Canberra Citizen of the Year


Frederika Elsje Steen (born 1944)

Freddie Steen, right, with Member for Canberra, Ros Kelly, November 1989

SOURCE: Canberra Times, 2 November 1989, page 5. 

Ten days after Frederika's birth her family were running for their lives. Her father was active in the Dutch resistance and had a price on his head. They were hiding with a Dutch farming family at Avercost when Frederika was born on 2 September 1944, but nappies on the clothes line alerted a collaborator. The farmer overheard plans to report them to the authorities and the Steens were rushed to safety. The two families maintained a lifelong connection, and Frederika's profound sense of gratitude to these strangers influenced much of her later life. 

Her father worked in municipal government but was denied promotion after the war and at least until 1947 carried a pistol for protection. Sadness and bitterness was common among former resistance families, and in the late 1940s a group of eight families resolved to emigrate. Other countries were considered but two members were sent to investigate Australia. Having found an idyllic area at Kingston, south of Hobart, they bought about 10 acres and in 1950 the first families settled there. The men registered a building company whose name proclaimed that henceforth they were Australians –  The Australian Building Corporation, Kingston, Tasmania.

The Steens arrived in November 1950: Jan Thomas Steen (born 1912), his wife Elsina Aaltje (born 1915), two boys aged 7 and 4, and Frederika Elsje known as Freddie. Another girl was born in Tasmania. By the time Freddie went to the local school its pupils were overwhelmingly Dutch although almost all spoke English. This Dutch preference for assimilation meant that when the children later went back to Holland they were unable to carry on adult conversations with their relatives. Freddie also believed that denying cultural background was a waste of resources, and in Canberra she helped establish the Dutch Language and Cultural School to counter the loss.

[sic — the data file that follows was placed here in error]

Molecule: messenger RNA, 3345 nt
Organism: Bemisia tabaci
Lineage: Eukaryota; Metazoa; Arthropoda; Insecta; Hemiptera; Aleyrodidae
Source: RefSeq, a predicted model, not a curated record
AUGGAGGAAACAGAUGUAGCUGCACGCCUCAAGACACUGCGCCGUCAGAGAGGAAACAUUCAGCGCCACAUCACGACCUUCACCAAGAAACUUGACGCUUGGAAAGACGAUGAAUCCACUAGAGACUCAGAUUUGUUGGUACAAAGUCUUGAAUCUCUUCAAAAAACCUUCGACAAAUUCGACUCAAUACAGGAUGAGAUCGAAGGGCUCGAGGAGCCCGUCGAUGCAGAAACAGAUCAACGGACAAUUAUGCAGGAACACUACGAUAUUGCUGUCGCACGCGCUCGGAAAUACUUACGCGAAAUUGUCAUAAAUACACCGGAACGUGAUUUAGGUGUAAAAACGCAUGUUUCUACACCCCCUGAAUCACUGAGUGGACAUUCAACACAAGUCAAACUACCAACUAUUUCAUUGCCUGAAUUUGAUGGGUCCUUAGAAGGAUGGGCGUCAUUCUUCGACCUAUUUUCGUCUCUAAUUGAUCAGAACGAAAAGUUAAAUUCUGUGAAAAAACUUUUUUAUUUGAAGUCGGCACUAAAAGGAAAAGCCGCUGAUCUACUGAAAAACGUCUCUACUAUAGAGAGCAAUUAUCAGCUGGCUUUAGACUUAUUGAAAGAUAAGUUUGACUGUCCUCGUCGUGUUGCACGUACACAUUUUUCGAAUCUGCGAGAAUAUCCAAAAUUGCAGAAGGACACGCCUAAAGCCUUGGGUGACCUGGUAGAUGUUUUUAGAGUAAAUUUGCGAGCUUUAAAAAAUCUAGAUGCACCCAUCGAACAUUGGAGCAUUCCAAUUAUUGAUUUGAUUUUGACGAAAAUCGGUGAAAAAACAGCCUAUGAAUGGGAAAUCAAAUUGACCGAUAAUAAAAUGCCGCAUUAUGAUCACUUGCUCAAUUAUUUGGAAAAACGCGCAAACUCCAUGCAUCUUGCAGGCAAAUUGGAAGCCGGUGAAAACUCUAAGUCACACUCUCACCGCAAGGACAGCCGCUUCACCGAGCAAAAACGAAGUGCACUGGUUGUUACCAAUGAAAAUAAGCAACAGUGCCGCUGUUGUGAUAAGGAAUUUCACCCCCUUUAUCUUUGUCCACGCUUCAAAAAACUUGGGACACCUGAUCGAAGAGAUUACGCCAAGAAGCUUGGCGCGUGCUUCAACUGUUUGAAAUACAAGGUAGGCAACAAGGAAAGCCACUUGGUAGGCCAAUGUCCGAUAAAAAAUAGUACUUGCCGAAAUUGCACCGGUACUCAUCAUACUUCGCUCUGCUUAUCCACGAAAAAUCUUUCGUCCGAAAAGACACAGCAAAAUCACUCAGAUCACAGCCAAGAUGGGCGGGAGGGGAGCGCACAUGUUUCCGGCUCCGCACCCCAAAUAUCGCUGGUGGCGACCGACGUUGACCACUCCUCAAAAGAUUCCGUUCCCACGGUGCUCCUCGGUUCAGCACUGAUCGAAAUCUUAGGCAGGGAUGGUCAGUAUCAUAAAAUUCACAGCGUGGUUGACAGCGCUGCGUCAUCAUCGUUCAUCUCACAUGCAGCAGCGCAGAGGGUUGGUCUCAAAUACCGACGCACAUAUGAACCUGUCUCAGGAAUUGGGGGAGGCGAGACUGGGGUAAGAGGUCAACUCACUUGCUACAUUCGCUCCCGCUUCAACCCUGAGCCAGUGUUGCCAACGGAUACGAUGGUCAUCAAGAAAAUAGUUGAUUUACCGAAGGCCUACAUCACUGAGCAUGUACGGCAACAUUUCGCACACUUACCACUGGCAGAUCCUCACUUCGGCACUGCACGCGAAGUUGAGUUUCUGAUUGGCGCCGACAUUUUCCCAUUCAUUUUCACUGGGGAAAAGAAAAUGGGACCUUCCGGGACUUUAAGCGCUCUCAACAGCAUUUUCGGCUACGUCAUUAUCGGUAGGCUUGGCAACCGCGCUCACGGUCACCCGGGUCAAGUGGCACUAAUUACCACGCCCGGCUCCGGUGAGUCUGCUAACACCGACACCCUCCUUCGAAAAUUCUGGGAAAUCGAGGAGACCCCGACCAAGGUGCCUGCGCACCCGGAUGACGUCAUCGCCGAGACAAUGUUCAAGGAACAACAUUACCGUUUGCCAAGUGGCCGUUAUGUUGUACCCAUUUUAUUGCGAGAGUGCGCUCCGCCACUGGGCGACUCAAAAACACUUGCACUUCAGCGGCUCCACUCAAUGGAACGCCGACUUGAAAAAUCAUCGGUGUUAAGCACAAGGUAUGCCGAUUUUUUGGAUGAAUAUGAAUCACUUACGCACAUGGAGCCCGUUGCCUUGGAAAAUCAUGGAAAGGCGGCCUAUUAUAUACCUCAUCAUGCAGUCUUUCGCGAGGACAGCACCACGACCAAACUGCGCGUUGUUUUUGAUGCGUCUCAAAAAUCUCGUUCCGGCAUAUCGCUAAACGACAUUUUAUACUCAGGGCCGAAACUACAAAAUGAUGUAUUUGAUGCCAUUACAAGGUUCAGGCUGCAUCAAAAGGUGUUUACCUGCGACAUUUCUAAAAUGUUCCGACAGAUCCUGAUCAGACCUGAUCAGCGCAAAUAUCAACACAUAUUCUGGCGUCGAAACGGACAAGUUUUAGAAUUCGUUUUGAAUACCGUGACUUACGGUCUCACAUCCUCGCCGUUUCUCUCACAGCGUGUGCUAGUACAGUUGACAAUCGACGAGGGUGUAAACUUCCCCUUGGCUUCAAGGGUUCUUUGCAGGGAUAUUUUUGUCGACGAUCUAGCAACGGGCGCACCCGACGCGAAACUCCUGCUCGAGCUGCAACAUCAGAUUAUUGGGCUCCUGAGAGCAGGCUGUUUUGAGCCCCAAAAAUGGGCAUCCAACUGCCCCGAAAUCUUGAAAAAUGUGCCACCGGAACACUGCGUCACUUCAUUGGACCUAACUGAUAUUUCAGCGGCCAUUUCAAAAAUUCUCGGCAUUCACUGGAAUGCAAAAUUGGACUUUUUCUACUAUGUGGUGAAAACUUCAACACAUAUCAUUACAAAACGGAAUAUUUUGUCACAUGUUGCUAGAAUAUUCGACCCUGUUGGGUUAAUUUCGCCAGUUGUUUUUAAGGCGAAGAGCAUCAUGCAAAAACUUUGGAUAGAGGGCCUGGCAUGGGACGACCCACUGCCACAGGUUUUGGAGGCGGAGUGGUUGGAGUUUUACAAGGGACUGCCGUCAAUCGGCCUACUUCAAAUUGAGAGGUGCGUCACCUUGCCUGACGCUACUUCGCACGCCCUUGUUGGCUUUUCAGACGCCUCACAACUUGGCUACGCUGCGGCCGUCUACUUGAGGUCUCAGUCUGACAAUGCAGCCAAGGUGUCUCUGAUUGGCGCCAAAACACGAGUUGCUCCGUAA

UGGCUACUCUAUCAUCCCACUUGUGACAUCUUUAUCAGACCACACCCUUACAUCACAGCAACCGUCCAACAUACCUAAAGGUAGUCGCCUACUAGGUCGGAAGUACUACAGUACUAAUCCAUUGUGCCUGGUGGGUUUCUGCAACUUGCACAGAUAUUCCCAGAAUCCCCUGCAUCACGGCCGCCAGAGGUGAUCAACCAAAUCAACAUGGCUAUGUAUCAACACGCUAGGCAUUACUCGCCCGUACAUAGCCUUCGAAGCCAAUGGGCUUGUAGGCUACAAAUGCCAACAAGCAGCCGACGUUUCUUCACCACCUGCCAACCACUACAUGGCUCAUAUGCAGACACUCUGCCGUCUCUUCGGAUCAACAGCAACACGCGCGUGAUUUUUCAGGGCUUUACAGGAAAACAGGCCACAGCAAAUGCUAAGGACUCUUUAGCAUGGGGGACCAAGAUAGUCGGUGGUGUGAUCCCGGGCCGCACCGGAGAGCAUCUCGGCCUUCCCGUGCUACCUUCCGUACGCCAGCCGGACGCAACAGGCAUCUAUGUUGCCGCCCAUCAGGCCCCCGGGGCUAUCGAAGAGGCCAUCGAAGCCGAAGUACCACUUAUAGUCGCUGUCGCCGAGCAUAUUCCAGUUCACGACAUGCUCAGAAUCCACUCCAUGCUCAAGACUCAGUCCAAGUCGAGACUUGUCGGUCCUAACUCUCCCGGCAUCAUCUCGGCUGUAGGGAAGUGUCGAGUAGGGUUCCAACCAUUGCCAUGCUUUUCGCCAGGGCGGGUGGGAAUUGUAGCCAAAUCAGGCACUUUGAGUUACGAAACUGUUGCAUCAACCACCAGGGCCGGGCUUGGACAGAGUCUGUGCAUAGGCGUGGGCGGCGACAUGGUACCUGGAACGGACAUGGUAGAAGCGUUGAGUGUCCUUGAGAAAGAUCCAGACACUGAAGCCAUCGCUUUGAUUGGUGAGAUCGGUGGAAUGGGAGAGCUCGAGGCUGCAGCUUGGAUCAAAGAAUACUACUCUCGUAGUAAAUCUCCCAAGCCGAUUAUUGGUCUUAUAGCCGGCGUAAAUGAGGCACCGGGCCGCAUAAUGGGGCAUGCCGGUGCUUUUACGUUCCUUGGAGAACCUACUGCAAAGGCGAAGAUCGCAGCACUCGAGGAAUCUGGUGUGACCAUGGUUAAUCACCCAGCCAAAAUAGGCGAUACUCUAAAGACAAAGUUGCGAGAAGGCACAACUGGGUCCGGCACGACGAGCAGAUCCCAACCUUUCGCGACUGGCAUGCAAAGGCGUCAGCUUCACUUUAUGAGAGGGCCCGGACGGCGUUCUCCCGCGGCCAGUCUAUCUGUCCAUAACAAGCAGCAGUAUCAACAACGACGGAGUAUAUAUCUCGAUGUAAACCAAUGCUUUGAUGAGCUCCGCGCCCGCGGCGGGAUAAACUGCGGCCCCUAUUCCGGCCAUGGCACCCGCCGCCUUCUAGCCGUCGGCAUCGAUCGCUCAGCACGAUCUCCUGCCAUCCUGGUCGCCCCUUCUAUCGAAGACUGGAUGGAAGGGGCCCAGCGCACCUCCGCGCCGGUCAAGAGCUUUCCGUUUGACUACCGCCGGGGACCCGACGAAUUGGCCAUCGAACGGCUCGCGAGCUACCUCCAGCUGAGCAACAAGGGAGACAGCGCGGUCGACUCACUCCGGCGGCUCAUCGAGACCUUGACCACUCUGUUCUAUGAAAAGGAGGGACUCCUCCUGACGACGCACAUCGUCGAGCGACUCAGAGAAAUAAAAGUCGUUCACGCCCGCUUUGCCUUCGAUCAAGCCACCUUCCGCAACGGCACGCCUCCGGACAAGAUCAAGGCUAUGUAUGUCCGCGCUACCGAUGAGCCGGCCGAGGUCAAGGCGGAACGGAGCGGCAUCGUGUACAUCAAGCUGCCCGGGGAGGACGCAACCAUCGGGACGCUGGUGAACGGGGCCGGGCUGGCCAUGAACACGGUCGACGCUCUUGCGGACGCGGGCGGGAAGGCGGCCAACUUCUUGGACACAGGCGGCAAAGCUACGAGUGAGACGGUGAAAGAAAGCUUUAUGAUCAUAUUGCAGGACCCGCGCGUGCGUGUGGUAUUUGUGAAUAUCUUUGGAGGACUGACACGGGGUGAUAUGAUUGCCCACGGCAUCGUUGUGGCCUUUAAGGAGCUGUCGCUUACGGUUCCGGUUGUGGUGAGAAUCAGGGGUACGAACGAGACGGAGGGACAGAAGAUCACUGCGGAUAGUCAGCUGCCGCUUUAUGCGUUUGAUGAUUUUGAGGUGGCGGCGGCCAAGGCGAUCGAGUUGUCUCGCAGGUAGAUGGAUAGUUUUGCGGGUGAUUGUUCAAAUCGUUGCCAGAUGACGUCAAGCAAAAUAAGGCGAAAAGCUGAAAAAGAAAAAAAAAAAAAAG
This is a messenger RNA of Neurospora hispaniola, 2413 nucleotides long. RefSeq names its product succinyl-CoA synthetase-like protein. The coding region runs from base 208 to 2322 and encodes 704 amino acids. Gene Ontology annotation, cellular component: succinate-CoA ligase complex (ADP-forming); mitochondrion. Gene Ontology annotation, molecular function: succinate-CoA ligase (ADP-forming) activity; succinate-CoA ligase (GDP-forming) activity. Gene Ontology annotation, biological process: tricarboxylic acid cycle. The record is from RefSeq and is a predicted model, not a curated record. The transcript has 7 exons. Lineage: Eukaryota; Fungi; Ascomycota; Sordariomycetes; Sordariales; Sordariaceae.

For Freddie it was a wonderful life at Kingston, with beach and bush close by and a teacher who not only taught the regulation subjects but also Australian poetry and natural history. The decision to emigrate as a group had also provided a stable, familiar community, something that Freddie later recognised as seriously lacking for most migrants. She worked both professionally and in her own time to help migrants adjust to their new life while retaining their cultural identity.

Freddie graduated from the University of Tasmania with a Bachelor of Arts and a Diploma of Education, then taught in Tasmania and Canada. Returning to Hobart she applied to the Public Service and was offered a position with the Commonwealth Department of Education in Canberra where her work included developing and administering the new Adult Migrant Education Program for the ACT and Queanbeyan. She introduced day time English classes for women and, having worked with the Indo-China Refugee Association that assisted migrants to find housing and employment, she persuaded the Department to set up a pre-emigration language and cultural orientation program.